Honda Civic review - does the Type R’s class translate lower down the range? - Performance and 0-60

It’s clear the Type R has had a positive effect on the standard Civic’s handling, but a mini Type R this is not

Evo rating
Price
from £18,895
  • Foolproof chassis, impressive drivetrain, plenty of space
  • Not quite as entertaining to drive as a Focus, cheap interior

The Honda Civic’s engine range may lack the complexity of rivals from VW or Ford, but at its core is well judged and easy to choose between. The entry-level 1-litre triple is brisk enough, reaching 62mph in 10.8sec, making it slow without being dangerously so. The 1.5 is more effective, hitting 62mph in 8.2sec. The diesel also fails to duck below the 10 second mark to 62mph, taking 10.2sec.

Unlike Honda engines of old, the turbocharged range gives the Civic effortless torque in the mid-range, making the screaming VTEC engines Honda is known for a thing of the past. Although we miss those revvy, delicate engines, the extra torque on offer does make it a more relaxing car to drive on the move, negating the need to constantly change gear to find performance.

Subscribe to evo magazine

Subscribe today to our exclusive new offer and SAVE 39% on the shop price, get evo for its original cover price of £3.00 an issue, plus get a FREE gift worth £20!

The diesel is refined enough at lower speeds, but up the pace and its compression ignition makes itself known. The CVT is among the better of its type we’ve tried; high-rev mooing under hard acceleration hasn’t been completely banished but it’s also not overly intrusive (and with the gravelly three-pot, not unpleasant, either), and switching to the stepped-ratio ‘manual’ mode you do get an extra degree of control.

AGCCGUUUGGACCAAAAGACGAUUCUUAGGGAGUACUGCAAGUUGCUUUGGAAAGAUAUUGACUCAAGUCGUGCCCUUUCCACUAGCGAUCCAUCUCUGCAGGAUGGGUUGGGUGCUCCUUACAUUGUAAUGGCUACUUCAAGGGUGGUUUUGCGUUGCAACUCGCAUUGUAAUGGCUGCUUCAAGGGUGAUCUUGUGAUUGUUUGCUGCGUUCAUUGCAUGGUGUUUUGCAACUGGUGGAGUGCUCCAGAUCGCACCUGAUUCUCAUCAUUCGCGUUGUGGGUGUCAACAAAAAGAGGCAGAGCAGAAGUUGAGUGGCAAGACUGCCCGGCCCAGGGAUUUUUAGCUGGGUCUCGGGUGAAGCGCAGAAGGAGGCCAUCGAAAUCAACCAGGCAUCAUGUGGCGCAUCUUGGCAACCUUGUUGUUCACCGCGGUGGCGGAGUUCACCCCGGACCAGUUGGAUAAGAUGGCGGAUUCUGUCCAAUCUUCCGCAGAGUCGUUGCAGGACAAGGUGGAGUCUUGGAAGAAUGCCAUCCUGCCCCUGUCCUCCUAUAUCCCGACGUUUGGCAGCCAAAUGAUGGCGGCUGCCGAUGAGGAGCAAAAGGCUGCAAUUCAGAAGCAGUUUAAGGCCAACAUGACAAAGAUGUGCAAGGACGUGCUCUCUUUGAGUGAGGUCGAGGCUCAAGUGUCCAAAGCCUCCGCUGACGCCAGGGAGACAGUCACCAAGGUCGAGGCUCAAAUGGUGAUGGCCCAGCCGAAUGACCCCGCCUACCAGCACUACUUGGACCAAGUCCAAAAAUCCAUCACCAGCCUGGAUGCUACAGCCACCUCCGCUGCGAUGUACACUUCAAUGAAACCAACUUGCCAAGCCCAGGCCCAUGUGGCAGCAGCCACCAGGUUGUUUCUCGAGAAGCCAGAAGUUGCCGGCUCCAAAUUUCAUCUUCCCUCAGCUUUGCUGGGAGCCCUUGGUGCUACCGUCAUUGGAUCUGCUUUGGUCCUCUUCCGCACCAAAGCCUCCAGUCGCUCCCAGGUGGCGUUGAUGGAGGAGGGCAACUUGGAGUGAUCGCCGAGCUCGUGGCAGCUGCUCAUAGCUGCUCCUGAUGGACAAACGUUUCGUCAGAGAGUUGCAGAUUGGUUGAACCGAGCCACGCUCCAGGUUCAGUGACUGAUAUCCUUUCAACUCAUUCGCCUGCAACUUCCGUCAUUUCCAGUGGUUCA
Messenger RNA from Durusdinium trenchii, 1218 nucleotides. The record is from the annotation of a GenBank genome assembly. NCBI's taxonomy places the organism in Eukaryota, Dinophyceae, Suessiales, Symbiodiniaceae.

This being a Honda, though, the manual is the much more satisfying option. The shift is slick and precise, with a short throw. The 1-litre and manual combination is actually the sweetest, we reckon, since the four-cylinder 1.5 delivers a raucous, tuneless (and most un-Honda) racket under acceleration. Our test cars felt a little tight, but the 1.5 definitely offers a performance advantage over the 1-litre, which sometimes feels like it needs a gear between a short second and long third on twisty roads.

Advertisement
Advertisement - Article continues below
Advertisement
Advertisement

Most Popular

Visit/honda/civic-type-r/202099/honda-civic-type-r-limited-edition-revealed-amongst-range-wide-updates
Honda Civic Type-R

Honda Civic Type R Limited Edition revealed amongst range-wide updates

Our hopes have been addressed and more, as Honda launches two more Civic Type R versions at the top and tail of the range
20 Feb 2020
Visit/bmw/3-series/202267/new-bmw-m340d-xdrive-saloon-and-touring-revealed-with-516lb-ft-of-torque
BMW 3 Series

New BMW M340d xDrive Saloon and Touring revealed

BMW has released its range-topping black pump 3-series models, with a predictably impressive torque figure
20 Feb 2020
Visit/seat/leon-cupra/22765/new-2020-cupra-leon-revealed-cupra-hits-back-with-hot-hatch-and-estate
SEAT Leon Cupra

New 2020 Cupra Leon revealed

Cupra’s launched not just one, but a whole range of hot Leons to rival the rapidly expanding hot hatch class in 2020
21 Feb 2020
Visit/hyundai/201819/hyundai-i30-fastback-n-versus-the-nurburgring
Hyundai i30 N

Hyundai i30 Fastback N versus the Nurburgring

We brought the Hyundai i30 Fastback back to its spiritual home in Germany's Eifel mountains, where there is a racing track you might well have heard o…
7 Oct 2019